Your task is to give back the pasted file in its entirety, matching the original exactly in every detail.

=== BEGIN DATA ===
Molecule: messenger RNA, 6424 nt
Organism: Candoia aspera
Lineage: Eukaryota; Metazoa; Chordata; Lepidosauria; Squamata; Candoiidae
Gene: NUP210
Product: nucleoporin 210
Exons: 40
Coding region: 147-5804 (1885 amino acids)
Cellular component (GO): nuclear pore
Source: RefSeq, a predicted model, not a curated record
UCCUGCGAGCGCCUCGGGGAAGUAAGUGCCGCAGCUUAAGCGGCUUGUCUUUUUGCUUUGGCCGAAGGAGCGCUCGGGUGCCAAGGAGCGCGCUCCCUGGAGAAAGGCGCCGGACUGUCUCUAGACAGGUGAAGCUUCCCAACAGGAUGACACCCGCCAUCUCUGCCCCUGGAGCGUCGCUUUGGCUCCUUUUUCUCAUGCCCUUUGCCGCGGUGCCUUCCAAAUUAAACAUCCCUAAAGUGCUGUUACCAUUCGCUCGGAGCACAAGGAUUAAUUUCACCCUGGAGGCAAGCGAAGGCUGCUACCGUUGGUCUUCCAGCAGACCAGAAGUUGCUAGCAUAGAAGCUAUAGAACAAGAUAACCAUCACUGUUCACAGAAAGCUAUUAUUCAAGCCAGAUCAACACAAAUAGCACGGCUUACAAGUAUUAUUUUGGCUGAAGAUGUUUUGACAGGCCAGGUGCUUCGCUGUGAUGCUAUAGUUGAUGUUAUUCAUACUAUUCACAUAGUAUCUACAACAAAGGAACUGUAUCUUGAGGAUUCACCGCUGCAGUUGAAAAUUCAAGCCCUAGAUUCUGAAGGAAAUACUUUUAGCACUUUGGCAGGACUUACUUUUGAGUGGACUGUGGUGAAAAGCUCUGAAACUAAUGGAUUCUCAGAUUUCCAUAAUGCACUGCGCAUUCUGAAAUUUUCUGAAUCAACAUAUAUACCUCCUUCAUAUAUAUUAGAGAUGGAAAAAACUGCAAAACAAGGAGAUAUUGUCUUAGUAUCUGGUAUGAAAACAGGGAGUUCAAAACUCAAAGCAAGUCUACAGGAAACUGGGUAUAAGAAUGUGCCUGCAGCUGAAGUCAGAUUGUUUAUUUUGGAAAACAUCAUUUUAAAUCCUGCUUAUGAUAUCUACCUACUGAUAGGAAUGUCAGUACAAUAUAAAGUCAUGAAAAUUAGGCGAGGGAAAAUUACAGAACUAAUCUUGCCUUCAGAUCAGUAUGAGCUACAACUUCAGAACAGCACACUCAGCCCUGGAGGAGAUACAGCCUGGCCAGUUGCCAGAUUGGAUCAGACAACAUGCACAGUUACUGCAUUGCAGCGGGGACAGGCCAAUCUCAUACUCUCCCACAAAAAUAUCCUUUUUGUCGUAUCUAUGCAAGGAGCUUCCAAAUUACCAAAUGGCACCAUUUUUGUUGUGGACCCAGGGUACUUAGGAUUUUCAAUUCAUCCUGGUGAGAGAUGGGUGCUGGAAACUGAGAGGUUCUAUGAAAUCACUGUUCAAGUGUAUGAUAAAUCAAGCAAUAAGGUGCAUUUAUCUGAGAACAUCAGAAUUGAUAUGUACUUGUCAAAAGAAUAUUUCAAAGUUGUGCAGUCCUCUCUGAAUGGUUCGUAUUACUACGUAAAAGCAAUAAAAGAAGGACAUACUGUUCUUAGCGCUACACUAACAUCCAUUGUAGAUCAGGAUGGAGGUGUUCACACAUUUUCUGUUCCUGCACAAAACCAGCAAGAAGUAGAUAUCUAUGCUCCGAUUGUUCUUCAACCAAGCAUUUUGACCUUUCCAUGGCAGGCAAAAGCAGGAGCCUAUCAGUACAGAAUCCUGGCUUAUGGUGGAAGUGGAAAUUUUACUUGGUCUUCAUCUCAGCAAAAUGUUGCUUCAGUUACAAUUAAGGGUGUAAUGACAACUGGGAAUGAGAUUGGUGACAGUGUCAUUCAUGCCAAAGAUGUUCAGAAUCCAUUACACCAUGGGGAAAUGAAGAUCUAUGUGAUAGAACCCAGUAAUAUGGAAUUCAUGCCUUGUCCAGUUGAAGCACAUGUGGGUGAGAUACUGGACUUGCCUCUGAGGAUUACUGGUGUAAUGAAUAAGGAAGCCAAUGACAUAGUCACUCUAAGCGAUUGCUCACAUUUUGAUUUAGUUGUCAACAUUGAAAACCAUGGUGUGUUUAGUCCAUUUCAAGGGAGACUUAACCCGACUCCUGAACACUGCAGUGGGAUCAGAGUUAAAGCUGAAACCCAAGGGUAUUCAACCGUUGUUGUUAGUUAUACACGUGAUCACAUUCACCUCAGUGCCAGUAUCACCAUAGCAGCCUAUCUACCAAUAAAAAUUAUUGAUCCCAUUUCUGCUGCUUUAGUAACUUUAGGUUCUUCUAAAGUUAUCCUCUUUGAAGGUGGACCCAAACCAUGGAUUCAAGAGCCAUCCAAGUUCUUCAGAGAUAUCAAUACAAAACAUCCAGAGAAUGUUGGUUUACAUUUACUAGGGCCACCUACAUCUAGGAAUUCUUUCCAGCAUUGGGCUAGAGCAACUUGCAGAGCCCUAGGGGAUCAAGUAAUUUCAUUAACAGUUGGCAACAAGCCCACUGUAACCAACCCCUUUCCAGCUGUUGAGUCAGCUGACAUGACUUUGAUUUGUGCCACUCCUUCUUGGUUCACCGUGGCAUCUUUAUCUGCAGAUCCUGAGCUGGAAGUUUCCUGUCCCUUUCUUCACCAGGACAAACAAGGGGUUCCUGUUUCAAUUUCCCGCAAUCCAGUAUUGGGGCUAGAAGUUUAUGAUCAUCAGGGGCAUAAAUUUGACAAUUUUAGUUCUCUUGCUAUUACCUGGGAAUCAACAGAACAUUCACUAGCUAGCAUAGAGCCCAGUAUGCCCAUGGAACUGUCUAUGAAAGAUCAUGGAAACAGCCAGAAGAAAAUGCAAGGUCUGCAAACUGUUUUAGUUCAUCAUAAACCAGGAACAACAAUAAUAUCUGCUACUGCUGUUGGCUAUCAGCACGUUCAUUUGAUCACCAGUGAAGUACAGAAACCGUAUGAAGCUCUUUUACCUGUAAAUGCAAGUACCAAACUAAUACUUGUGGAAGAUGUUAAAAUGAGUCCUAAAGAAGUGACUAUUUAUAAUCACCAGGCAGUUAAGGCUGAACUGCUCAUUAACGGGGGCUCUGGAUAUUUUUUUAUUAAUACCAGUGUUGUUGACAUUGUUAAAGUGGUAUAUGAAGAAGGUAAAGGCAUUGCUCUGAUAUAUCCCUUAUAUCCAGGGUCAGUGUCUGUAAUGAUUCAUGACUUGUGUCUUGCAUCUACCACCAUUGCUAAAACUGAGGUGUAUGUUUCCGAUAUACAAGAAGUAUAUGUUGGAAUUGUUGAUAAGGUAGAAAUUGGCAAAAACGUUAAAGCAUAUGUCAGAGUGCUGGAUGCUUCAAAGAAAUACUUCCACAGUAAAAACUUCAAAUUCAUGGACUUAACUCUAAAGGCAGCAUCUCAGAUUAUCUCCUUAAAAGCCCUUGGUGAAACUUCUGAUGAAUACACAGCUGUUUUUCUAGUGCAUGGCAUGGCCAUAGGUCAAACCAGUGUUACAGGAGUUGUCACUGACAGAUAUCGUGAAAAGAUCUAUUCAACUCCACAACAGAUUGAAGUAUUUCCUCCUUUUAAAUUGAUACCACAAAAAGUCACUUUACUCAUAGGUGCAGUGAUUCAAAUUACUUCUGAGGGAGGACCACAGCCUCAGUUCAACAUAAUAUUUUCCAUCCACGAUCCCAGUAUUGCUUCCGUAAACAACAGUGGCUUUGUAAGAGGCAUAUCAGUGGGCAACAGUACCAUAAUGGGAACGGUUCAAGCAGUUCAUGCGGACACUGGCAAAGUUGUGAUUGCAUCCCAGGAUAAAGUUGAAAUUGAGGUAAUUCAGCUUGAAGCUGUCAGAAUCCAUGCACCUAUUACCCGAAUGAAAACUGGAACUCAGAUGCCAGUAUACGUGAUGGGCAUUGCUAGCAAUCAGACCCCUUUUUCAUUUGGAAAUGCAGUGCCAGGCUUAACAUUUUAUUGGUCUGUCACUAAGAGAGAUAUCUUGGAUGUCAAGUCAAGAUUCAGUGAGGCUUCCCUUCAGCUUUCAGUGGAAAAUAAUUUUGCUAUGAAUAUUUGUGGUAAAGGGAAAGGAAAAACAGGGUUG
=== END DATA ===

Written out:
Molecule: messenger RNA, 6424 nt
Organism: Candoia aspera
Lineage: Eukaryota; Metazoa; Chordata; Lepidosauria; Squamata; Candoiidae
Gene: NUP210
Product: nucleoporin 210
Exons: 40
Coding region: 147-5804 (1885 amino acids)
Cellular component (GO): nuclear pore
Source: RefSeq, a predicted model, not a curated record
UCCUGCGAGCGCCUCGGGGAAGUAAGUGCCGCAGCUUAAGCGGCUUGUCUUUUUGCUUUGGCCGAAGGAGCGCUCGGGUGCCAAGGAGCGCGCUCCCUGGAGAAAGGCGCCGGACUGUCUCUAGACAGGUGAAGCUUCCCAACAGGAUGACACCCGCCAUCUCUGCCCCUGGAGCGUCGCUUUGGCUCCUUUUUCUCAUGCCCUUUGCCGCGGUGCCUUCCAAAUUAAACAUCCCUAAAGUGCUGUUACCAUUCGCUCGGAGCACAAGGAUUAAUUUCACCCUGGAGGCAAGCGAAGGCUGCUACCGUUGGUCUUCCAGCAGACCAGAAGUUGCUAGCAUAGAAGCUAUAGAACAAGAUAACCAUCACUGUUCACAGAAAGCUAUUAUUCAAGCCAGAUCAACACAAAUAGCACGGCUUACAAGUAUUAUUUUGGCUGAAGAUGUUUUGACAGGCCAGGUGCUUCGCUGUGAUGCUAUAGUUGAUGUUAUUCAUACUAUUCACAUAGUAUCUACAACAAAGGAACUGUAUCUUGAGGAUUCACCGCUGCAGUUGAAAAUUCAAGCCCUAGAUUCUGAAGGAAAUACUUUUAGCACUUUGGCAGGACUUACUUUUGAGUGGACUGUGGUGAAAAGCUCUGAAACUAAUGGAUUCUCAGAUUUCCAUAAUGCACUGCGCAUUCUGAAAUUUUCUGAAUCAACAUAUAUACCUCCUUCAUAUAUAUUAGAGAUGGAAAAAACUGCAAAACAAGGAGAUAUUGUCUUAGUAUCUGGUAUGAAAACAGGGAGUUCAAAACUCAAAGCAAGUCUACAGGAAACUGGGUAUAAGAAUGUGCCUGCAGCUGAAGUCAGAUUGUUUAUUUUGGAAAACAUCAUUUUAAAUCCUGCUUAUGAUAUCUACCUACUGAUAGGAAUGUCAGUACAAUAUAAAGUCAUGAAAAUUAGGCGAGGGAAAAUUACAGAACUAAUCUUGCCUUCAGAUCAGUAUGAGCUACAACUUCAGAACAGCACACUCAGCCCUGGAGGAGAUACAGCCUGGCCAGUUGCCAGAUUGGAUCAGACAACAUGCACAGUUACUGCAUUGCAGCGGGGACAGGCCAAUCUCAUACUCUCCCACAAAAAUAUCCUUUUUGUCGUAUCUAUGCAAGGAGCUUCCAAAUUACCAAAUGGCACCAUUUUUGUUGUGGACCCAGGGUACUUAGGAUUUUCAAUUCAUCCUGGUGAGAGAUGGGUGCUGGAAACUGAGAGGUUCUAUGAAAUCACUGUUCAAGUGUAUGAUAAAUCAAGCAAUAAGGUGCAUUUAUCUGAGAACAUCAGAAUUGAUAUGUACUUGUCAAAAGAAUAUUUCAAAGUUGUGCAGUCCUCUCUGAAUGGUUCGUAUUACUACGUAAAAGCAAUAAAAGAAGGACAUACUGUUCUUAGCGCUACACUAACAUCCAUUGUAGAUCAGGAUGGAGGUGUUCACACAUUUUCUGUUCCUGCACAAAACCAGCAAGAAGUAGAUAUCUAUGCUCCGAUUGUUCUUCAACCAAGCAUUUUGACCUUUCCAUGGCAGGCAAAAGCAGGAGCCUAUCAGUACAGAAUCCUGGCUUAUGGUGGAAGUGGAAAUUUUACUUGGUCUUCAUCUCAGCAAAAUGUUGCUUCAGUUACAAUUAAGGGUGUAAUGACAACUGGGAAUGAGAUUGGUGACAGUGUCAUUCAUGCCAAAGAUGUUCAGAAUCCAUUACACCAUGGGGAAAUGAAGAUCUAUGUGAUAGAACCCAGUAAUAUGGAAUUCAUGCCUUGUCCAGUUGAAGCACAUGUGGGUGAGAUACUGGACUUGCCUCUGAGGAUUACUGGUGUAAUGAAUAAGGAAGCCAAUGACAUAGUCACUCUAAGCGAUUGCUCACAUUUUGAUUUAGUUGUCAACAUUGAAAACCAUGGUGUGUUUAGUCCAUUUCAAGGGAGACUUAACCCGACUCCUGAACACUGCAGUGGGAUCAGAGUUAAAGCUGAAACCCAAGGGUAUUCAACCGUUGUUGUUAGUUAUACACGUGAUCACAUUCACCUCAGUGCCAGUAUCACCAUAGCAGCCUAUCUACCAAUAAAAAUUAUUGAUCCCAUUUCUGCUGCUUUAGUAACUUUAGGUUCUUCUAAAGUUAUCCUCUUUGAAGGUGGACCCAAACCAUGGAUUCAAGAGCCAUCCAAGUUCUUCAGAGAUAUCAAUACAAAACAUCCAGAGAAUGUUGGUUUACAUUUACUAGGGCCACCUACAUCUAGGAAUUCUUUCCAGCAUUGGGCUAGAGCAACUUGCAGAGCCCUAGGGGAUCAAGUAAUUUCAUUAACAGUUGGCAACAAGCCCACUGUAACCAACCCCUUUCCAGCUGUUGAGUCAGCUGACAUGACUUUGAUUUGUGCCACUCCUUCUUGGUUCACCGUGGCAUCUUUAUCUGCAGAUCCUGAGCUGGAAGUUUCCUGUCCCUUUCUUCACCAGGACAAACAAGGGGUUCCUGUUUCAAUUUCCCGCAAUCCAGUAUUGGGGCUAGAAGUUUAUGAUCAUCAGGGGCAUAAAUUUGACAAUUUUAGUUCUCUUGCUAUUACCUGGGAAUCAACAGAACAUUCACUAGCUAGCAUAGAGCCCAGUAUGCCCAUGGAACUGUCUAUGAAAGAUCAUGGAAACAGCCAGAAGAAAAUGCAAGGUCUGCAAACUGUUUUAGUUCAUCAUAAACCAGGAACAACAAUAAUAUCUGCUACUGCUGUUGGCUAUCAGCACGUUCAUUUGAUCACCAGUGAAGUACAGAAACCGUAUGAAGCUCUUUUACCUGUAAAUGCAAGUACCAAACUAAUACUUGUGGAAGAUGUUAAAAUGAGUCCUAAAGAAGUGACUAUUUAUAAUCACCAGGCAGUUAAGGCUGAACUGCUCAUUAACGGGGGCUCUGGAUAUUUUUUUAUUAAUACCAGUGUUGUUGACAUUGUUAAAGUGGUAUAUGAAGAAGGUAAAGGCAUUGCUCUGAUAUAUCCCUUAUAUCCAGGGUCAGUGUCUGUAAUGAUUCAUGACUUGUGUCUUGCAUCUACCACCAUUGCUAAAACUGAGGUGUAUGUUUCCGAUAUACAAGAAGUAUAUGUUGGAAUUGUUGAUAAGGUAGAAAUUGGCAAAAACGUUAAAGCAUAUGUCAGAGUGCUGGAUGCUUCAAAGAAAUACUUCCACAGUAAAAACUUCAAAUUCAUGGACUUAACUCUAAAGGCAGCAUCUCAGAUUAUCUCCUUAAAAGCCCUUGGUGAAACUUCUGAUGAAUACACAGCUGUUUUUCUAGUGCAUGGCAUGGCCAUAGGUCAAACCAGUGUUACAGGAGUUGUCACUGACAGAUAUCGUGAAAAGAUCUAUUCAACUCCACAACAGAUUGAAGUAUUUCCUCCUUUUAAAUUGAUACCACAAAAAGUCACUUUACUCAUAGGUGCAGUGAUUCAAAUUACUUCUGAGGGAGGACCACAGCCUCAGUUCAACAUAAUAUUUUCCAUCCACGAUCCCAGUAUUGCUUCCGUAAACAACAGUGGCUUUGUAAGAGGCAUAUCAGUGGGCAACAGUACCAUAAUGGGAACGGUUCAAGCAGUUCAUGCGGACACUGGCAAAGUUGUGAUUGCAUCCCAGGAUAAAGUUGAAAUUGAGGUAAUUCAGCUUGAAGCUGUCAGAAUCCAUGCACCUAUUACCCGAAUGAAAACUGGAACUCAGAUGCCAGUAUACGUGAUGGGCAUUGCUAGCAAUCAGACCCCUUUUUCAUUUGGAAAUGCAGUGCCAGGCUUAACAUUUUAUUGGUCUGUCACUAAGAGAGAUAUCUUGGAUGUCAAGUCAAGAUUCAGUGAGGCUUCCCUUCAGCUUUCAGUGGAAAAUAAUUUUGCUAUGAAUAUUUGUGGUAAAGGGAAAGGAAAAACAGGGUUG